In April, PATA celebrated World Health Worker Week, while drawing attention to the critical shortage of health providers in Africa.
Jacquelyne Alesi sat down and chatted to Dr Balungi from Uganda about the brain drain
In Africa there is a shortage of 2.4 million doctors and nurses. A lack of an adequate health force can have critical implications on the health of its people. In Uganda, the doctor-to-patient ratio is estimated at 1:24,725 while the nurse-to-patient ratio is 1:11,000. The World Health Organisation (WHO) has recommended one health provider to every 1,000 people.
Dr Jacqueline Balungi Kanywa, a Medical Care Manager for Baylor College of Medicine-Children’s Foundation, Uganda, explains that in her country, the social and financial responsibilities faced by many far outweigh the remunerations received as a health professional – a challenge that many health providers across Africa will be familiar with.
With doctors in Uganda earning as little as $232 a month, it makes sense that greener pastures may be sought out.
Dr Balungi says, “Health providers in Uganda can ably compete for jobs beyond the borders of the continent, where the pay is much higher. They would of course like to stay in their home country, but the grass here is dry and brown and so, naturally like animals in the wilderness, they move to a place where there is more water and greener pastures.”
She explains, however that the challenge is more than a matter of income. For example, there is often a shortage of equipment, which hinders the work of health providers, is frustrating and impacts heavily on job satisfaction. She says, “Imagine sending out 1000 gardeners without hoes or seeds?”
Often prescribed basic medicines are out of stock or patients who live below the poverty line and cannot afford the medicine are subject to user fees. HIV drug shortages, for example, are currently puting hundreds of thousands of lives at risk in Uganda. Dr Balungi explains, “You want to deliver a baby and find that there are no gloves. You want to treat a patient with tuberculosis, but you’ve only ever read about N95 respirators in the books. In some cases, working in certain health facilities can also become a health risk to the health providers themselves.”
Parents and family members are also often asked to buy supplies needed by health providers, especially in emergency situations. Saving lives, Dr Balungi says, doesn’t come cheaply and asking families with little money to purchase supplies can be heart-breaking. User fees continue to be a barrier and limit the ability of many to access universal health care.
For this reason, health providers may become disconnected from the health facilities where they work and over time become more and more desensitized. Hierarchies, administrative bureaucracies and ongoing delays in securing stock can create resentfulness and most likely contributes to poor productivity and compromised service delivery.
Dr Balungi points out, “The WHO clearly states that it is possible to have universal primary health coverage if the leaders have the will to provide for it.”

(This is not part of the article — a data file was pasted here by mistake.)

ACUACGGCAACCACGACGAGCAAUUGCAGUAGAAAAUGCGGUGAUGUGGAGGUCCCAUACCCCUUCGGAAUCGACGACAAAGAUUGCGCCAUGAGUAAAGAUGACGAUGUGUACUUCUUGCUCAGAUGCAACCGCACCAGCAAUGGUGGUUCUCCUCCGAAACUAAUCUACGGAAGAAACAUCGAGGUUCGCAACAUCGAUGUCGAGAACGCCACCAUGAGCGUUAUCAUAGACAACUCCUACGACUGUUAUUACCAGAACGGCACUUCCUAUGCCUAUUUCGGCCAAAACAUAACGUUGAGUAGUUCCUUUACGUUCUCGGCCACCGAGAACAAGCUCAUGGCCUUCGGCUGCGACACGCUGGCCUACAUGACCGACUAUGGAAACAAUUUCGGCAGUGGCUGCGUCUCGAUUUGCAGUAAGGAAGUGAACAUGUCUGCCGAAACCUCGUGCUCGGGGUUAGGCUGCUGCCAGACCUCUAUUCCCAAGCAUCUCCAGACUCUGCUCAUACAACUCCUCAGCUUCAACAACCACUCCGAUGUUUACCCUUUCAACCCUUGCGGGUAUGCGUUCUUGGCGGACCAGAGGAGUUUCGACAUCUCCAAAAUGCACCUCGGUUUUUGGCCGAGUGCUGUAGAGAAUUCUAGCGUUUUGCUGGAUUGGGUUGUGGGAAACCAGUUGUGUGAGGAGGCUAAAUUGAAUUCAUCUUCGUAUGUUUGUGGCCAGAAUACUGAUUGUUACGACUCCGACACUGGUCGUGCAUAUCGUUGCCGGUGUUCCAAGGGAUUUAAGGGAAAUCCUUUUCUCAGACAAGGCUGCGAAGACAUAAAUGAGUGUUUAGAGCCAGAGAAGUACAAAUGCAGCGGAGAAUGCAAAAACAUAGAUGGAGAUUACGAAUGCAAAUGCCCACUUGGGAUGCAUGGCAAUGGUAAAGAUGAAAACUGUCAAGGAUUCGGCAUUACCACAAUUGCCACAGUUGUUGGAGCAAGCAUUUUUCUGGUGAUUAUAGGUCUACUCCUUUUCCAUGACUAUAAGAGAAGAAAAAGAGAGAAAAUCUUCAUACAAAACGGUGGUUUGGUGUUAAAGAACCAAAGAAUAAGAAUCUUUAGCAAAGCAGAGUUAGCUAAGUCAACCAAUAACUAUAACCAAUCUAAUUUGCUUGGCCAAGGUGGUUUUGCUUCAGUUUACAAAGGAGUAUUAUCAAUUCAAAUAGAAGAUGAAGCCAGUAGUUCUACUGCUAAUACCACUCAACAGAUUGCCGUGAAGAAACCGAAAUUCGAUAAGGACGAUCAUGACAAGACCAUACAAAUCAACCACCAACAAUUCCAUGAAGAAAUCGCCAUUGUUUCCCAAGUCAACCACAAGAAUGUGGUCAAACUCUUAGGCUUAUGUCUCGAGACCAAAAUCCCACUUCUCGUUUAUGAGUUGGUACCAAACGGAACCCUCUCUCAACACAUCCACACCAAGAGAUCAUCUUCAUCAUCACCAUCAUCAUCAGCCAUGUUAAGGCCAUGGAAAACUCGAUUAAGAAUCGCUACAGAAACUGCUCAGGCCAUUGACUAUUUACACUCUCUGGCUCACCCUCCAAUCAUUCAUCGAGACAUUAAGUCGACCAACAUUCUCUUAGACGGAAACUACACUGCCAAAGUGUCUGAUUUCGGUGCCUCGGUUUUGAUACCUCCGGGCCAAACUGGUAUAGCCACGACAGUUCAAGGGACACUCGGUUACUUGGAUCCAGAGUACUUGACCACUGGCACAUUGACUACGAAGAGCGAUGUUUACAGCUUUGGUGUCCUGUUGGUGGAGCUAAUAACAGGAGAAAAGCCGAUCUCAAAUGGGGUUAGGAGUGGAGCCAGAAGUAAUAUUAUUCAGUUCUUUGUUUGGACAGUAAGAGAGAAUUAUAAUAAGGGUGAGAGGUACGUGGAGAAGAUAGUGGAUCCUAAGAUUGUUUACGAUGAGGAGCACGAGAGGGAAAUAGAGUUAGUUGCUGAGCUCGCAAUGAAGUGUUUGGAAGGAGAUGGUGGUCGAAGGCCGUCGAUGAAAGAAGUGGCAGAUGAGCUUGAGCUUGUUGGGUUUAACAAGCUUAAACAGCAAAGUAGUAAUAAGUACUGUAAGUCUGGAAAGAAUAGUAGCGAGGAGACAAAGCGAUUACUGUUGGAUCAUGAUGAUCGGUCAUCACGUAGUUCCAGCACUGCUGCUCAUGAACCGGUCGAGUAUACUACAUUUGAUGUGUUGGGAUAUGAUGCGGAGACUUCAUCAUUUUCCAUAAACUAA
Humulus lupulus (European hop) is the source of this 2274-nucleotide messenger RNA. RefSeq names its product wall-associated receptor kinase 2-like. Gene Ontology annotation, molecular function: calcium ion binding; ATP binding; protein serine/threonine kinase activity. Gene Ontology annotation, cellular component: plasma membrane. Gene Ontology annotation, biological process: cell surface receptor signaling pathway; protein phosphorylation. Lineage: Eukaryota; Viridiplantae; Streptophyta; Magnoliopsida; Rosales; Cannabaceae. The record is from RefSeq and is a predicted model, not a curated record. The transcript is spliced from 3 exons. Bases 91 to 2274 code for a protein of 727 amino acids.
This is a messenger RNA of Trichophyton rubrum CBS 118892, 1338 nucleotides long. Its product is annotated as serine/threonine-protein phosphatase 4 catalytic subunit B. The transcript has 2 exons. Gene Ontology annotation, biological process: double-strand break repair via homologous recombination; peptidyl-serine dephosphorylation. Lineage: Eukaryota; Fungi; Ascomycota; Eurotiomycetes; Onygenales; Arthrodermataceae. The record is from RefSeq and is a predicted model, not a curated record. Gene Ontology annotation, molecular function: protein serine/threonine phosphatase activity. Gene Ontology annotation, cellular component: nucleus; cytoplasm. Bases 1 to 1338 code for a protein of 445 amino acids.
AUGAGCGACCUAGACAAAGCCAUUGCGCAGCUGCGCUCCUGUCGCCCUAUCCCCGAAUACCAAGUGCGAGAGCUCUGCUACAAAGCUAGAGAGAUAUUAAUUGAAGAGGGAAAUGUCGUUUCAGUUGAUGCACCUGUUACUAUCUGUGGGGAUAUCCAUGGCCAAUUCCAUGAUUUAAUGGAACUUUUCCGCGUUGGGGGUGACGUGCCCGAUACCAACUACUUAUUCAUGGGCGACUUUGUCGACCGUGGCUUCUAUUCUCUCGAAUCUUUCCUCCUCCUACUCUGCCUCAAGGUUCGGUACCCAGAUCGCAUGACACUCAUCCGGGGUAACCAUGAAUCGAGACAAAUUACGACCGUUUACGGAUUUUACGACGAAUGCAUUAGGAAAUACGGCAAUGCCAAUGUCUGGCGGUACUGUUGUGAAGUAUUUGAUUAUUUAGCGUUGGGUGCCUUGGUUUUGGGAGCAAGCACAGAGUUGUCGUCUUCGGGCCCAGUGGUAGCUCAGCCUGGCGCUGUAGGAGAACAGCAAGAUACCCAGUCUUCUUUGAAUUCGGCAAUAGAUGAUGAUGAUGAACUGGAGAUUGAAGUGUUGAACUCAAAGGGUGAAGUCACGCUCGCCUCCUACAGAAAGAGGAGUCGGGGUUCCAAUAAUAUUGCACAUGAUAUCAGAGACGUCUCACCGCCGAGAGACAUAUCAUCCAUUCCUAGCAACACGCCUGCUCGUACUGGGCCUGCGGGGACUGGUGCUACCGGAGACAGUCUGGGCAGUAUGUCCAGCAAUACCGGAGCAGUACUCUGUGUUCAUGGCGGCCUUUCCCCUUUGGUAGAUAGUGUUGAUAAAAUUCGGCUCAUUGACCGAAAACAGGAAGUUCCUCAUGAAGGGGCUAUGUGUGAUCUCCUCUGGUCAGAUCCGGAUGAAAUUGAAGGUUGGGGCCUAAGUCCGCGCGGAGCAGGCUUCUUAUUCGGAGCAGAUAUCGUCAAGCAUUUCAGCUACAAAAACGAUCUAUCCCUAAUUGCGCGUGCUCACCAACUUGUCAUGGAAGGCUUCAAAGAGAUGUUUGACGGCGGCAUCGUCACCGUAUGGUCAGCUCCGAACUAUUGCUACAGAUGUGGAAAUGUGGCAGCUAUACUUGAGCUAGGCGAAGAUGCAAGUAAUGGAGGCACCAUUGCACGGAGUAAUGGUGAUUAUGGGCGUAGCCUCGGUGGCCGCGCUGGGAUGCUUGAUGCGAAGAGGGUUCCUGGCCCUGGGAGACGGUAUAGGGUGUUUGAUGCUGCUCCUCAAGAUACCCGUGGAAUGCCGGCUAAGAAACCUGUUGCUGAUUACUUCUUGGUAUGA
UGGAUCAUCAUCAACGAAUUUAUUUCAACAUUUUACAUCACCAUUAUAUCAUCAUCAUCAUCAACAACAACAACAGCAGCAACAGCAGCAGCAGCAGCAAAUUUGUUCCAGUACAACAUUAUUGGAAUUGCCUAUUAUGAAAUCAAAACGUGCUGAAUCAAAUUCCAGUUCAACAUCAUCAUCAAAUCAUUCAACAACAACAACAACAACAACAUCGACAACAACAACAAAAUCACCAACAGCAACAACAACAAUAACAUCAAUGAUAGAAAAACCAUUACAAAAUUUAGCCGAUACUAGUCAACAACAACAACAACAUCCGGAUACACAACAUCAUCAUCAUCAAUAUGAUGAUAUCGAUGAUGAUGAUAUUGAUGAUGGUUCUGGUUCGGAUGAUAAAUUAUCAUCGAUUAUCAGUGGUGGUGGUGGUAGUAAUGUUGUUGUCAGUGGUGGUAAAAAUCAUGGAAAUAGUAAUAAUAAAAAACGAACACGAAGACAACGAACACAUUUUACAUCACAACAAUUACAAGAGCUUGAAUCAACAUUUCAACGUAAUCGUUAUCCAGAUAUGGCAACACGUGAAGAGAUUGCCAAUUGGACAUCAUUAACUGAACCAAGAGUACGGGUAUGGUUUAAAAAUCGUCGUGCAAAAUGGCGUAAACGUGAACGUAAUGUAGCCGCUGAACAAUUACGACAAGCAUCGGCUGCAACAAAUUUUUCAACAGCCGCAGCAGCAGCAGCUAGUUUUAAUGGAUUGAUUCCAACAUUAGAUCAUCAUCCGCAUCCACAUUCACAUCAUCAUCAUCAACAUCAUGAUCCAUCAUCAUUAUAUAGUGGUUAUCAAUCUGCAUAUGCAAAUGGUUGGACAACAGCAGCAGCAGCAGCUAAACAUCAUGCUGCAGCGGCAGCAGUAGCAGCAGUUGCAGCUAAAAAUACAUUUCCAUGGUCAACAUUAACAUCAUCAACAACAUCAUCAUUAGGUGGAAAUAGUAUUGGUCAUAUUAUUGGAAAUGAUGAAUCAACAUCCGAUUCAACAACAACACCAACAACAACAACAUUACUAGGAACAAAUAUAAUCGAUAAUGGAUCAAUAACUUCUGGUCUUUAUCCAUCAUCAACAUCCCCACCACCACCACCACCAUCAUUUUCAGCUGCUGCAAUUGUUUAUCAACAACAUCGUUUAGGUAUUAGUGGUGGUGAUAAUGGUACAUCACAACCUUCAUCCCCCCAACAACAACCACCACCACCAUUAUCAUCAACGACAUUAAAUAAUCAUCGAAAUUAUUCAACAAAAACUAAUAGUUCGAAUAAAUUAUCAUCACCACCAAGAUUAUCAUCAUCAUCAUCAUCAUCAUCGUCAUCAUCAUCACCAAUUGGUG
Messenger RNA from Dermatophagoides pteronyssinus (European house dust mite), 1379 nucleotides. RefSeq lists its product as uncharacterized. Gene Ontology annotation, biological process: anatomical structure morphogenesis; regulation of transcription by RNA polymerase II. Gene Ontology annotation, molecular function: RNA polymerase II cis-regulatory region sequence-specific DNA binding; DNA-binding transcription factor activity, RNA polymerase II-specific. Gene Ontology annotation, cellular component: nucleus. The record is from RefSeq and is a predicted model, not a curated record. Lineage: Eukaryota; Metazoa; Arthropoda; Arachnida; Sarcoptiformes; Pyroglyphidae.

But when leaders aren’t seen to be trying to achieve universal primary health coverage, and where countries continue to invest in everything, but health, it can be easier to turn to a country where health service is a priority.
On the micro-level, then, the brain drain isn’t all negative. Dr Balungi explains that health providers who work overseas often send money back to their families, indirectly creating prosperity and offering alternate livelihood opportunities for family members. “Health providers need to survive,” she says, “Those leaving for greener pastures cannot and should not be blamed.”
So why hasn’t Dr Balungi skipped town? Well, she explains, she has spent over 15 years working for health facilities in Uganda that have international support. For her, her role as a health provider has been positive and fulfilling: “Collaborations and partnerships are very instrumental in the Ugandan health care system.”
In terms of adolescent- and child-friendly HIV services, treatment and care, Dr Balungi believes that health systems need input from all stakeholders. Ugandan leaders, too, can do more.
She identifies the WHO building blocks as fundamental to a sustainable and functional health system, especially in HIV services: Leadership and governance, health care financing, health work force, medical products and technologies, information and research and service delivery.
For health providers to receive the support that they need to do their jobs effectively on this front, Dr Balungi also feels that each and every health provider needs to be accountable. She says,
“Let us be good stewards of the responsibilities that we have been given, right from the lowest person in the hierarchy to the greatest leader at the top. If we can remain accountable, I believe we can make a better health care system.”
While keeping health providers home may require more input from policy-makers and leaders, it is up to each health provider to keep showing up on the frontline and forming that vital health system building block: the health work force.
Dr Balungi says, “Before pointing fingers at any one else, let us do the best work that we can.”
How else can we make sure that #HealthProvidersCount?
This interview was compiled by Jacquelyne Alesi, PATA’s communication correspondent in Uganda. Jacquelyne will be assisting in the compilation of stories from the voices of the PATA network. As a global youth advocate, she has represented young people on the National Forum of People Living with HIV Networks in Uganda, sits on the board of the Global Network of People Living with HIV (GNP+) and she is an Ambassador to The Coalition of Children affected by AIDS.